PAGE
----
Oh my, are they protesting too much?

Yesterday, when I started looking for something to blog about, I made my way over to The Passive Voice. TPV is an excellent source of information for every author out there, traditionally published or indie. One post in particular caught my eye. It asks the question we have heard asked so many times over the last few years: Are self-published books inferior to professionally published books?

Now, without even reading the article, I knew I wasn’t going to like the post TPV had linked to. The title of the article itself shows a bias, not by TPV but by the author of the article TPV linked to. It assumes that self-published books, what we call indies, aren’t professionally published. Take that one step further. By phrasing the headline the way it did, the author of the article signals from the beginning that indies aren’t as professional or as good as traditionally published books. Otherwise, why not rephrase the title of the article as “are self-published books inferior to traditionally published books?”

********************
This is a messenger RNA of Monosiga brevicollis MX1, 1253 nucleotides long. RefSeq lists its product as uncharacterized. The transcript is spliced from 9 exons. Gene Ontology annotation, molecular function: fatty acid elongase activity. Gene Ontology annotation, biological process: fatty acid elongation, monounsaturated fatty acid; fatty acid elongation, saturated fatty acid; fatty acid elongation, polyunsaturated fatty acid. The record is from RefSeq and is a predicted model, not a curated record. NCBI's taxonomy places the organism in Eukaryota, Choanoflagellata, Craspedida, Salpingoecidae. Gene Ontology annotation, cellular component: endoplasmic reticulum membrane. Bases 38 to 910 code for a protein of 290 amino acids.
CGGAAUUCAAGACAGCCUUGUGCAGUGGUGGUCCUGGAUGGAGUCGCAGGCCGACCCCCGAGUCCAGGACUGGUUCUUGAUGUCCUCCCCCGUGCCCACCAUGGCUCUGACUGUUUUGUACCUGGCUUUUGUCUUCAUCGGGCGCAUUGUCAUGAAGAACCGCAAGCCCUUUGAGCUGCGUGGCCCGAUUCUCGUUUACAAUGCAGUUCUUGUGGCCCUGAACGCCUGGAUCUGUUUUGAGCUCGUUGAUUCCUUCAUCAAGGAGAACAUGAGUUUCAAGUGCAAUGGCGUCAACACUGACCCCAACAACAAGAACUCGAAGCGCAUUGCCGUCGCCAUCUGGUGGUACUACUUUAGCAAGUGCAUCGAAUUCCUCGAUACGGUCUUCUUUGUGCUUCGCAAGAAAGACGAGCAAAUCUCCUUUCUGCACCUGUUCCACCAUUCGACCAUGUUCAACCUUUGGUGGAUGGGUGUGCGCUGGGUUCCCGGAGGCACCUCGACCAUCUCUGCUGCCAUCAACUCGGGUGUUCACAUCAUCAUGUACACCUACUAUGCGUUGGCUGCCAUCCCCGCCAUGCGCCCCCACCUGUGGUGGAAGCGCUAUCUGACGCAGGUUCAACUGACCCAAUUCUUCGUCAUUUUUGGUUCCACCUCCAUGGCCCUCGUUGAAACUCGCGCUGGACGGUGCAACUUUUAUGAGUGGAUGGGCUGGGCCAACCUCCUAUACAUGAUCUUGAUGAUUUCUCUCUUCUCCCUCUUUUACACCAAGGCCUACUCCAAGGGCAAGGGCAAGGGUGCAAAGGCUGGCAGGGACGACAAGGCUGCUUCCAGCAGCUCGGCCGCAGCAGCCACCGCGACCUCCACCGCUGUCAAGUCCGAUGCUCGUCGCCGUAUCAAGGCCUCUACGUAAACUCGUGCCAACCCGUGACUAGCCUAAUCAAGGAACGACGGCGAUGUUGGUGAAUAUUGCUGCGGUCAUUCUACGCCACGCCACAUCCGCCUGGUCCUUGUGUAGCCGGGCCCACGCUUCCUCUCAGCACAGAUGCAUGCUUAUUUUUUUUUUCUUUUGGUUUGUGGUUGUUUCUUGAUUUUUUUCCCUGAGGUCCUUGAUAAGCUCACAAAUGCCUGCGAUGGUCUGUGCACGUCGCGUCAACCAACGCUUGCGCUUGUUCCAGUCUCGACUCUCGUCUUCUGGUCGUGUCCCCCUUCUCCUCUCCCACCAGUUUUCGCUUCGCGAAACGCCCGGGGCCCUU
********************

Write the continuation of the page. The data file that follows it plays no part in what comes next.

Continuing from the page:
So, without even reading the underlying article, my back is up. I can’t speak for anyone except myself but I am a professional writer. I make money from writing, enough to pay my bills. I simply chose not to take the traditional publishing route. That does not make me any less of a professional than any other writer who has chosen to try to find an agent, get a contract and publish with one of the Big 5 publishers.

But let’s move on and see what the article itself says.

Let’s see, the original appeared on Quora. The author of the post is Archie D’Cruz who, according to his byline, has “been involved in publishing all my working life.” Hmm. Could this be another indication of a bias? We’ll see.

So overall, how do the books compare? For the most part, self-published books do not even come close to what a major publisher puts out.